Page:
Any price comparison is to a new, nonrefurbished product price.
HP Desktop Tower with 2.93GHz Intel Core 2 Duo Processor, 4GB RAM, and 160GB Hard Drive (Refurbished)
Ideal for those looking for a simple, flexible desktop, this tower features the easy-to-use Windows 10 Home 64-bit operating system and enough processing power to make web surfing a breeze and balancing the checkbook less painful.
Small Form Factor
A compact design leaves plenty of room on your desk for a monitor, a printer, speakers, a scanner, framed photos of your high school teachers, and any other home office necessities. The PC’s 8 USB ports give you enough space to plug many of your peripherals in at once.
A dual-core Intel Core 2 Duo processor splits tasks into two piles, then tears through them like a buzzsaw through paper with its swift 2.93GHz clock speed. Combine that with 4GB of RAM, and the result is little to no lag as you work through your daily computing tasks.
Burn Your Own CDs and DVDs
Sure, emailing an online playlist to your sweetie is nice, but it doesn’t contain the sentimentality that an actual mix CD does. You can easily create such a CD and transfer your digital videos to DVD with the aid of this computer’s built-in DVD-RW drive.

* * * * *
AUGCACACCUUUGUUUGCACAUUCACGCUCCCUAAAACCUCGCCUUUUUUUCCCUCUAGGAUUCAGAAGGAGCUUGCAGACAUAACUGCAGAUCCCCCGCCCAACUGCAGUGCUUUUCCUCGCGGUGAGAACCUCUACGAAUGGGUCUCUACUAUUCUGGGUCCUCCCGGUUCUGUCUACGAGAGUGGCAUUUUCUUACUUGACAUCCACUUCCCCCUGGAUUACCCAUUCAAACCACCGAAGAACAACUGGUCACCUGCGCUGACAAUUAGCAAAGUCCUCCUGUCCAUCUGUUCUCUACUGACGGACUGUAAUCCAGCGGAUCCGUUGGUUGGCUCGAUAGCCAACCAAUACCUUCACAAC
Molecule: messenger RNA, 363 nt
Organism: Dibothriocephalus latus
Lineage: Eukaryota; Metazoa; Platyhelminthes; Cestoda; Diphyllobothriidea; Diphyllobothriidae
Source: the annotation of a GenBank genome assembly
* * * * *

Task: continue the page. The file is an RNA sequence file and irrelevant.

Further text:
- Product number: DC7900-SFF
- Operating system: Windows 10 Home 64-bit
- Processor: Intel Core 2 Duo 2.93GHz dual-core
- Graphics processor: Integrated Intel HD graphics
- RAM: 4GB DDR2 SDRAM
- Storage: 160GB SATA hard drive
- Optical drive: DVD-RW
- Audio: line-out audio (no built-in speakers)
- WiFi: no
- Bluetooth: no
- Ports: 8 USB 2.0
- Keyboard and mouse: included
- Weight: 18.75lb.
- Product dimensions: 13.3”x14.9”x3.95”
- Condition: refurbished
- Full specifications
When iconic company HP was born in 1939, it was not in a gleaming laboratory or during a late-night study session at a prestigious university. It was in a 12’x18’ garage that contained only a workbench and a used drill press. University friends Bill Hewlett and Dave Packard sold audio equipment to Disney (which used them during Fantasia production) and became HP soon after. Their humble garage is now marked with a plaque bearing the title “Birthplace of Silicon Valley.”
HP’s innovations laid the groundwork for the Valley’s surge in technological advances. Between the creation of the first handheld computer, which connected to printers and cassette drives, and development of speedier 64-bit processing technology currently used by brands like Apple and Microsoft, HP cemented itself as an architect of current tech trends like the tablet and smartphone. It’s a community-conscious company, too; HP has donated to charity since 1940 and offers free recycling for all electronics, regardless of brand, at Staples.